Well winter has finally arrived here in Wales. We had some wet snow at the weekend and now we’re being chilled by an icy wind blowing in from Siberia and just as we’re onto our last row of wood on the log pile. Will the cold spell last longer than our wood supply?
Glimpses of sunshine yesterday tempted me out for a walk up to the allotment. It was so cold though I abandoned my wellies in favour of my toasty snow boots. Once at the plot I stood there trying to imagine it in the months to come, blossoming and productive. I do have a fairly active imagination but the cold was so penetrating that it was difficult to conjure up images of swelling peas, scented flowers and juicy strawberries. I was just about to leave when I spotted some flowers.
Back in the summer I had sown some biennial Stocks, the Brompton Mixed variety. With the mild autumn the plants grew well and I planted them at the allotment ready for picking flowers in the spring but by the end of October they had started to flower. The flowers, however didn’t resemble those on the packet. They smelt amazing though so I wasn’t too bothered. I was able to pick a couple of stems every week right up until Christmas which felt strange but then it was very mild. So I was completely surprised yesterday to see the plants still flowering despite recent hard frosts. The plants are covered in flower buds as well so as soon as the weather becomes milder I should have quite a good supply. I am intrigued though as to what they are. Does anyone know what type of stock they might be?
The Sweetpeas I sowed last week are starting to germinate which is very exciting. Once they have all germinated they can go into a coldframe. I prefer to grow my seedlings quite hard. I don’t have the space to mollycoddle them anyway but I want good strong plants and too much warmth will only encourage soft, sappy growth.
There was a time when I got excited by shopping trips for something sparkly for a night out but now a morning at the garden centre is just as good. On Saturday we called in to see if they had any shallots yet. They did so we picked up a packet and then I remembered I wanted a pressure sprayer so I could easily douse my plants with seaweed or tomato feed.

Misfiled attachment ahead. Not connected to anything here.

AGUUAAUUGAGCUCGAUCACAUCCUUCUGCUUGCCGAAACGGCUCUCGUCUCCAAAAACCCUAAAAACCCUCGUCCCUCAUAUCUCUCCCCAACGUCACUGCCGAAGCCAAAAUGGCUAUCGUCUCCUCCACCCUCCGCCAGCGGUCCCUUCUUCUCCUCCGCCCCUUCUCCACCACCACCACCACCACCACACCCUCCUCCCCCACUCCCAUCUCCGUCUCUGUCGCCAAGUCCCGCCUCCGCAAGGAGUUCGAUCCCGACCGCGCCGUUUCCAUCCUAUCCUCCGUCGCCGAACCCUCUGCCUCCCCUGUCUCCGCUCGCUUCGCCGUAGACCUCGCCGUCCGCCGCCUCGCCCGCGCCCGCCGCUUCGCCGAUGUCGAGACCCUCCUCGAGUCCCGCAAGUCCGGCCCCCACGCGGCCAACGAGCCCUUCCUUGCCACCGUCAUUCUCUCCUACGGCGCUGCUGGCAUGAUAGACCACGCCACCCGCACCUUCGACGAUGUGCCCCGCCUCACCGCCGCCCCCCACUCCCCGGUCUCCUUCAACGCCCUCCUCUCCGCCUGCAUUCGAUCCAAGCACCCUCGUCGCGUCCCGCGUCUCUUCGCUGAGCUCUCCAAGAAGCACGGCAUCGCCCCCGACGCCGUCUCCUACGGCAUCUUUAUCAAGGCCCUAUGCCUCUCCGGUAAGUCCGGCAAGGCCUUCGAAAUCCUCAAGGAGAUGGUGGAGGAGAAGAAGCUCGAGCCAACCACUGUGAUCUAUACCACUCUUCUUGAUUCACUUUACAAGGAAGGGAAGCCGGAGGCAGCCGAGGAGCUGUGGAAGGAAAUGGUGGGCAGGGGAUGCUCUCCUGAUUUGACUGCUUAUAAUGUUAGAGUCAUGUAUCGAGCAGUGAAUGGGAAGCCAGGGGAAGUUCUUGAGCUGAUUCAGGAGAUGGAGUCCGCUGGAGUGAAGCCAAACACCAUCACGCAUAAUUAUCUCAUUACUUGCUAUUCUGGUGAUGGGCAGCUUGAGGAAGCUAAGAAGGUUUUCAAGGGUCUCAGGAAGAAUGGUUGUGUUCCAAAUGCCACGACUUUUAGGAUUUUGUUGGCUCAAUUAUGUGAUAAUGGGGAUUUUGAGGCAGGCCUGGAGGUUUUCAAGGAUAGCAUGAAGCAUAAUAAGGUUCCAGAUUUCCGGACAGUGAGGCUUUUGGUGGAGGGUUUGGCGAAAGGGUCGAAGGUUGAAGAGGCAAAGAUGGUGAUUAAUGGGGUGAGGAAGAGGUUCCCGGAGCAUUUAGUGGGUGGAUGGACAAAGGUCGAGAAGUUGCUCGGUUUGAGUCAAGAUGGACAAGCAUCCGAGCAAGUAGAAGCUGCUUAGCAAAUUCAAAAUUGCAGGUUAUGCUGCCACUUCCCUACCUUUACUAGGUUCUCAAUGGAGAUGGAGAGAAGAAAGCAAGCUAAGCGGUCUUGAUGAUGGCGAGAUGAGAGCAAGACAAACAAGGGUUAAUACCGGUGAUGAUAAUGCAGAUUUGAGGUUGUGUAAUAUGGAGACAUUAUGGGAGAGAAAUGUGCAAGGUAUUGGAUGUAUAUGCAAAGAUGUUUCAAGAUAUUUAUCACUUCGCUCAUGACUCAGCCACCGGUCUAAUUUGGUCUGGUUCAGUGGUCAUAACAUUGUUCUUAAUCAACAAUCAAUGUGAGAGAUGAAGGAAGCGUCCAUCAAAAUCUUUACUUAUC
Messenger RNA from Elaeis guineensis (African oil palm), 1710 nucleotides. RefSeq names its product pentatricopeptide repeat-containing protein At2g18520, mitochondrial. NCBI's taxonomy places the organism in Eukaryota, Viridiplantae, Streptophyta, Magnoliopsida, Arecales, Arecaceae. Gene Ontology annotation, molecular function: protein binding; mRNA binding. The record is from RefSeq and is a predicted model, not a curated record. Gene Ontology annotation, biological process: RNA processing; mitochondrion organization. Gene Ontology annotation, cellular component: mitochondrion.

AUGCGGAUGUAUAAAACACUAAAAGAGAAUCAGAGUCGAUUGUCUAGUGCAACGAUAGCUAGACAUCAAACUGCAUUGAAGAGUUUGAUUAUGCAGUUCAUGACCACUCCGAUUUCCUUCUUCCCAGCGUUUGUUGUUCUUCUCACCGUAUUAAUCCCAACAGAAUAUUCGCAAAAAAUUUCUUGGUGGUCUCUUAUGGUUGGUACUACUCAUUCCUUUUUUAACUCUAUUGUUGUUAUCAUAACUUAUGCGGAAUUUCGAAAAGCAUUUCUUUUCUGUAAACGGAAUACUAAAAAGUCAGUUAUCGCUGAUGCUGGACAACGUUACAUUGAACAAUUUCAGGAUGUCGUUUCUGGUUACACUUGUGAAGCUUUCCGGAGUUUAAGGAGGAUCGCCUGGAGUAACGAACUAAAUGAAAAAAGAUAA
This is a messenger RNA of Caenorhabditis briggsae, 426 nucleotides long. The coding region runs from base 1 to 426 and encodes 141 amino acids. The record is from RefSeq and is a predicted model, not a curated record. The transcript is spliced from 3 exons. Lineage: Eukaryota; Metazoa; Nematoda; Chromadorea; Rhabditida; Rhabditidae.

I spent last summer using a tiny hand sprayer that I bought for £1 in Ikea about 12 years ago. It wasn’t the best tool for the job, ok for the odd house-plant, not really suitable for an allotment. It took forever and made my hand hurt, so I thought I should spend some Christmas money on something that would make my life that bit easier this year. Wellyman went off in search of a sprayer whilst I got distracted by seeds (I really don’t need any more seeds!!!). He came back triumphant with a 4 litre pressure sprayer which should be the perfect size. The only problem with gardens and allotments is that they do generate quite an amount of stuff to store. Of course I can’t actually get into my shed ( see my previous post ‘I need a substantially bigger shed‘) which is bursting at the seams at the moment so my downstairs loo is currently acting as shed overflow with an increasing stash of garden paraphenalia building up, including my organic fertiliser order, weed membrane kindly donated by a friend and now my pressure sprayer.